LACKING LIQUID  Scott MacDonald compares a before photo of flowing water to the dry riverbed on his property which was once occupied by Windermere Creek. 	   Photo by Dan Walton

LACKING LIQUID Scott MacDonald compares a before photo of flowing water to the dry riverbed on his property which was once occupied by Windermere Creek. Photo by Dan Walton

By Dan Walton

Pioneer Staff

The Windermere Creek rerouted from its original channel at the turn of the second millennium, leaving its new path vulnerable to the inevitable high waters that came a decade later. The rerouted section of the creek lies between Windermere Loop Road and the neighbouring old Scout camp, and its channel has been experiencing instabilities since a high runoff in 2011, then again in 2012. It has since continued to carry large amounts of sediment into Lake Windermere, and without immediate action, affected landowners are concerned the solution will only get more expensive and less attainable.

Likely due to human activity, the creek initially changed channel upstream of Windermere Bed and Breakfast Cabins around the year 2000. It continued to flow without any major disturbances until the high runoff in 2011.

And that really snowballed things, said Windermere Creek Bed & Breakfast Cabins owner Scott MacDonald. Because now instead of just water coming down with the heavy runoff, we have water mixed with gravel.

A study titled the Windermere Creek Hydrotechnical Assessment was prepared by Northwest Hydraulic Consultants, and presented to the Regional District of East Kootenays in January 2013. The regional district funded nearly one-third of the study, which looks at how the creek is eroding the channel. Land from the property of Windermere Creek Bed & Breakfast Cabins, in addition to upstream sediment and debris, is compiling in a delta at the mouth of the creek. The study notes that 5,300 cubic metres of sediment were deposited at the mouth of the creek in 2012 alone. It estimates that an additional 140,000 cubic metres of sediment will erode if no mitigation measures are applied, causing the delta created in Lake Windermere to become increasingly more shallow.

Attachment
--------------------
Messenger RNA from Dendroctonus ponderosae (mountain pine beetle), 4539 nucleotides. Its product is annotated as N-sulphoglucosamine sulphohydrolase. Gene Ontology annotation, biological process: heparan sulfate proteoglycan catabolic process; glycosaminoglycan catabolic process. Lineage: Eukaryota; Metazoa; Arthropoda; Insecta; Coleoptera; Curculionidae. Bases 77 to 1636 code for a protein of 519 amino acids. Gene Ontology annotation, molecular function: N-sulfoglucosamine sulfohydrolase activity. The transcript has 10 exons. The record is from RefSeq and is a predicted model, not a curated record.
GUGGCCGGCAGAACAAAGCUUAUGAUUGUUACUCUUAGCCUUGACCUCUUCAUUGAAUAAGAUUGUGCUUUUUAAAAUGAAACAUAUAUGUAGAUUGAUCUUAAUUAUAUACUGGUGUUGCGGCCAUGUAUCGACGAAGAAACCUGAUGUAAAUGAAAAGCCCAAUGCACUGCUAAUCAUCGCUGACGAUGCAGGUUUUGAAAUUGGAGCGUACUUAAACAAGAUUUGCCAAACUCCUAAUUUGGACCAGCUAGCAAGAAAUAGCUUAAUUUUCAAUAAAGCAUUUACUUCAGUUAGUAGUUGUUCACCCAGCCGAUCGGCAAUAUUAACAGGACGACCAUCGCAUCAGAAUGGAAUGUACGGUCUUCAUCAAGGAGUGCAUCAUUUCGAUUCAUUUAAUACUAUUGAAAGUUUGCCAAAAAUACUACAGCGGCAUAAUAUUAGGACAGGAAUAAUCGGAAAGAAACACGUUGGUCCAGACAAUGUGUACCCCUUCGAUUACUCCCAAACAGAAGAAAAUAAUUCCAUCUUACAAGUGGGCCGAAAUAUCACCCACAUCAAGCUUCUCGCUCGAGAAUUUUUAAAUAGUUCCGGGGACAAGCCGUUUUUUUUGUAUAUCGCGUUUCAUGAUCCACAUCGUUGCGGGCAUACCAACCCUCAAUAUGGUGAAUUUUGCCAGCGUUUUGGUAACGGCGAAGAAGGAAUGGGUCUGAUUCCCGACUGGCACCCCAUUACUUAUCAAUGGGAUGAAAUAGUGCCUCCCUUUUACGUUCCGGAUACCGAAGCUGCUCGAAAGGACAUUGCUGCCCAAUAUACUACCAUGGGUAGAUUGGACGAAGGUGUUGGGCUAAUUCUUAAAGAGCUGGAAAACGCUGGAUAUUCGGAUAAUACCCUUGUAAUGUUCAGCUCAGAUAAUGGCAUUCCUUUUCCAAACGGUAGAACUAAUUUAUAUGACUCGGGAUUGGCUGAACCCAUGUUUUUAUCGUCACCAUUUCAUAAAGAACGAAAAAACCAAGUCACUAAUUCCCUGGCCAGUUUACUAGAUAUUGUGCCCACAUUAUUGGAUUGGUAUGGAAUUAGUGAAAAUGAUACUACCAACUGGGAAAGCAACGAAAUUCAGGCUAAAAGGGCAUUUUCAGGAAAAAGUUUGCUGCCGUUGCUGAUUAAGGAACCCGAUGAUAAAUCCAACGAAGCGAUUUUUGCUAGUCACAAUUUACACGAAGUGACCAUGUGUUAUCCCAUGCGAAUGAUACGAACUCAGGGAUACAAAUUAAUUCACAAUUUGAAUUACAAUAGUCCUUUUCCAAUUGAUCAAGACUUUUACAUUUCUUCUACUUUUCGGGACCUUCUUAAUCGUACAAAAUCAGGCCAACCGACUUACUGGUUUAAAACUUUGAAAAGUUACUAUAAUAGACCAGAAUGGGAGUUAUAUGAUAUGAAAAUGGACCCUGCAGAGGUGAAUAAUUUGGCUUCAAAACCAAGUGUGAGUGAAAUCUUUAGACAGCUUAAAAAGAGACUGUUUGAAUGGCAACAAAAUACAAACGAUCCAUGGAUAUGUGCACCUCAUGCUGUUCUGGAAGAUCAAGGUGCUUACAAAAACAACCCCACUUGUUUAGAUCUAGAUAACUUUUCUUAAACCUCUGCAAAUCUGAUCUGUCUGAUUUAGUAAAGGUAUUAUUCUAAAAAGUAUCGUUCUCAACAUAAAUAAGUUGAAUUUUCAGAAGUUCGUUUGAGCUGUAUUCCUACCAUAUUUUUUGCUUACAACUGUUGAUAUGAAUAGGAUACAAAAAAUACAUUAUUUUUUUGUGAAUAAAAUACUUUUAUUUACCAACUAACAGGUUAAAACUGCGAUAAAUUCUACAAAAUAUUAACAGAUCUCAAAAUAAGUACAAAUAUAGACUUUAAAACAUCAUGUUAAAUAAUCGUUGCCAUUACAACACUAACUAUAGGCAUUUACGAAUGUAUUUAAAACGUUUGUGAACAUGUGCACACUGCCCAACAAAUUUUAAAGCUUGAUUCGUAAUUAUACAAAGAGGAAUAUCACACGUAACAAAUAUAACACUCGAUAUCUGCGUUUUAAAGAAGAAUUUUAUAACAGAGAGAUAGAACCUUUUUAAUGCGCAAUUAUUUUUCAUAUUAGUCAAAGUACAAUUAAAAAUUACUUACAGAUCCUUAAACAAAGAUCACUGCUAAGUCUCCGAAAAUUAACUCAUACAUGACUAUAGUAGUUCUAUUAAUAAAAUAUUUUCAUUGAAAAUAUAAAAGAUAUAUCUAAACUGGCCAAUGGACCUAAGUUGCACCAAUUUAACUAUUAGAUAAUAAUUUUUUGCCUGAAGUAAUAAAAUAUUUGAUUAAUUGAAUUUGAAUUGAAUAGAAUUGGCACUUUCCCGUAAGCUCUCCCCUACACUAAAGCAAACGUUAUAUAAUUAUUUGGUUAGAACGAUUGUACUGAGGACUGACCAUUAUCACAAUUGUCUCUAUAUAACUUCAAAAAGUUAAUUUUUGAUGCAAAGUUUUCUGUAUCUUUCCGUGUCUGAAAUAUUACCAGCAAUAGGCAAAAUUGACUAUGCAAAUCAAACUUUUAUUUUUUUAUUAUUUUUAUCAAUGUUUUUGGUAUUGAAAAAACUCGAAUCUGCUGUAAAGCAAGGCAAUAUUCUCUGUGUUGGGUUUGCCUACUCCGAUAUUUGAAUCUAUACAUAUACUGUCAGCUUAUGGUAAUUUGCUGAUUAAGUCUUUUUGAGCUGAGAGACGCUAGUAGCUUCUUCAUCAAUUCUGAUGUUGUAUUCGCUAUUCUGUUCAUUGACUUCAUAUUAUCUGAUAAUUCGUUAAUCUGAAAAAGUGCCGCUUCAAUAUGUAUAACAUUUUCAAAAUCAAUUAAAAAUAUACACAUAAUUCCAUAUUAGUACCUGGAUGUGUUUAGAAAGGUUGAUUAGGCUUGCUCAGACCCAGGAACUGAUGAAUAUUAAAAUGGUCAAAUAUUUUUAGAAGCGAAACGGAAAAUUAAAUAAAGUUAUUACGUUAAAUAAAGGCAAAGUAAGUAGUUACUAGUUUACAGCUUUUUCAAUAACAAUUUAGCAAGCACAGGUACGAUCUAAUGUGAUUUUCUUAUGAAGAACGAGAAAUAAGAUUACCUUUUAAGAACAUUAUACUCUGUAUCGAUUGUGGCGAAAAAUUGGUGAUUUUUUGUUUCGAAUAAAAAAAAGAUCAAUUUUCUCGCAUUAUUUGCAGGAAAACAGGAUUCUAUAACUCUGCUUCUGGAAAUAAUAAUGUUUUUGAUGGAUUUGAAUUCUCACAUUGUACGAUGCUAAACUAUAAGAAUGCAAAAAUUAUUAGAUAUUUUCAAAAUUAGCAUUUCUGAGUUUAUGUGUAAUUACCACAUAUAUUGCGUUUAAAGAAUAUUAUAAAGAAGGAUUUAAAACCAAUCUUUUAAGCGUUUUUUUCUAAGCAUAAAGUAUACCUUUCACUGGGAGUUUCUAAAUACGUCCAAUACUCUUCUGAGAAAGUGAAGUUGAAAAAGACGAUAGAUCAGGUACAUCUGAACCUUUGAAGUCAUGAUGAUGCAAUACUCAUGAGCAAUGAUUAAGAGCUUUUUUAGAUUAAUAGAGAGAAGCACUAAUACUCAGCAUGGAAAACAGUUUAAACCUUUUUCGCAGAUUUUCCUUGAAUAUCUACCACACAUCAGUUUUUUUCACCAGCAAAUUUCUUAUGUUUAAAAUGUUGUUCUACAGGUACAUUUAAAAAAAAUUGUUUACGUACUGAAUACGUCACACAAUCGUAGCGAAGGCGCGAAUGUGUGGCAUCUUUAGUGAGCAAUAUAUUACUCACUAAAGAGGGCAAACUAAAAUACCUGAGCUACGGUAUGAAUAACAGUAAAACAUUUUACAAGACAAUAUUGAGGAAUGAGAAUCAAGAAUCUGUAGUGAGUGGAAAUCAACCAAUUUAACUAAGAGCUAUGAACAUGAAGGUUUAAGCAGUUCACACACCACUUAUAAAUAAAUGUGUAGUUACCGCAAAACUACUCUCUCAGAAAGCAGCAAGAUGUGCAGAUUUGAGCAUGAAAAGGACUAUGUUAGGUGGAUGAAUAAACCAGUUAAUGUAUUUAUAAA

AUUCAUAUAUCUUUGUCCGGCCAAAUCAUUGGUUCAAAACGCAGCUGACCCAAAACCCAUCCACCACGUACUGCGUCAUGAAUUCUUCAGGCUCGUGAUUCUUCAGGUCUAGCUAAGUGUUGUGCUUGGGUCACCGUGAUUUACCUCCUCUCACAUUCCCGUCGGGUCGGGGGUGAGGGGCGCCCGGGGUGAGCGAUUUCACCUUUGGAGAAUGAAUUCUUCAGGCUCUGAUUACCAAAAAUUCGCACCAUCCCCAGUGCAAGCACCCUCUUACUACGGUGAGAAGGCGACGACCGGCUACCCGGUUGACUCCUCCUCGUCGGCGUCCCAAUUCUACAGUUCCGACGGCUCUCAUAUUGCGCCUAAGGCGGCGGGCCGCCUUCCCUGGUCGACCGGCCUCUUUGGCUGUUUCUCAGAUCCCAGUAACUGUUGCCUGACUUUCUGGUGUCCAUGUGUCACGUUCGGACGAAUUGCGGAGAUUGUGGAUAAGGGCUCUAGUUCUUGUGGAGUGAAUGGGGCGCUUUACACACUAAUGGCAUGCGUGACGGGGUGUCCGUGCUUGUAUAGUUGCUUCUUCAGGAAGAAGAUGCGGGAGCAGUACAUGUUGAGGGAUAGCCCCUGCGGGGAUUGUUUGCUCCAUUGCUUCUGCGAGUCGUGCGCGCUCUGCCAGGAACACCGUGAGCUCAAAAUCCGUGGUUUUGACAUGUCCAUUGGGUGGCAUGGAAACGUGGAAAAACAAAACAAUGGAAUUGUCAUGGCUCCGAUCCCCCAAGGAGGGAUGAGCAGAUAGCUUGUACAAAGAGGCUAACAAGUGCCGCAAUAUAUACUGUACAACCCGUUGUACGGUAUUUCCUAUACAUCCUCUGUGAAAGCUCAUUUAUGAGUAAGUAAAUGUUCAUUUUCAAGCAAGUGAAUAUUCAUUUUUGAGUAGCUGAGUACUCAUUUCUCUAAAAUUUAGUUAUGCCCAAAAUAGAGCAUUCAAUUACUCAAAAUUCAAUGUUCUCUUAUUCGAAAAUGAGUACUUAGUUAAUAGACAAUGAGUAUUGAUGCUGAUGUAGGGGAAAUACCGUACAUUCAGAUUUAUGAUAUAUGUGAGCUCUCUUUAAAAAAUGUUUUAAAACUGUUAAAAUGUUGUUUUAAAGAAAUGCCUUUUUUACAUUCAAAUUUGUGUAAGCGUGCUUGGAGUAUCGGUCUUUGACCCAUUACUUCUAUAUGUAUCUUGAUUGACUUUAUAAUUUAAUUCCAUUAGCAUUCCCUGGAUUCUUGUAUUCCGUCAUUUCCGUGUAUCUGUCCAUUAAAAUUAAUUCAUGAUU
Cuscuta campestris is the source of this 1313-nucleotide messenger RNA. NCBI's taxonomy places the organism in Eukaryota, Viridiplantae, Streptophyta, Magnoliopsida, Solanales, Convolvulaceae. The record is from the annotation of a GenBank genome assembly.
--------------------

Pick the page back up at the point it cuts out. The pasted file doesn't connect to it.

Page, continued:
According to the assessment, high flows caused rapid channel degradation, transporting eroded material downstream; and upstream from the Windermere Creek Bed & Breakfast Cabins, a partial or complete blockage of overbank flow is likely to have caused greater turbulence, overwhelming the stabilizing tufa (flowing water will always carry sediments to its destination, but when it flows above an established bed of tufa a concrete-like rock formation which is resistant to erosion sediments are delivered at a modest rate).

Also reported in the assessment is that a change in the waters chemistry could be deteriorating the tufa.

Prolonged high flows of 2011 and 2012 likely resulted in decreased calcium or other ions concentration which may have impacted the resilience of the tufa layer, reads the report. It seems unlikely that high flows alone resulted in the observed changes.

Using a carbon-dated piece of wood found in the creek in 2011, the study was able to determine the river had been flowing through the same channel since at least 380 A.D. The runoffs of 2011 and 2012 were the highest in more than a decade, but comparable to runoffs over the past century.

For up to 300 metres, the creek flows through the channel it rerouted to in 2000, bypassing an established wetlands system before it reconnects again to its original channel, subsequently leading into Lake Windermere. But even after the creek rejoins with its original channel, the tumbling gravel from runoffs in 2011 and 2012 had beaten out the tufa layer that was holding everything in place, Mr. MacDonald said.

It dropped the creek bed level by about a metre because it took that tufa out, and with all the tumbling rocks that came down, it just chewed the heck out of the bottom of the creek.

Six mitigation options were offered in the report, and while the solutions are practical, they would all come with a hefty bill. Projects of this nature often have one-third of the costs covered by all three levels of government municipal, provincial, and federal.

The challenge in this case is that we do not have the means currently to raise our one-third with local taxation, said Regional District of East Kootenay Area F Director Wendy Booth. In order to do that, we would need to create a service area, which requires community support.

Creating a service area was recently achieved in Fairmont Hot Springs, which allows up to $50,000 in municipal taxation to support proactive flooding measures.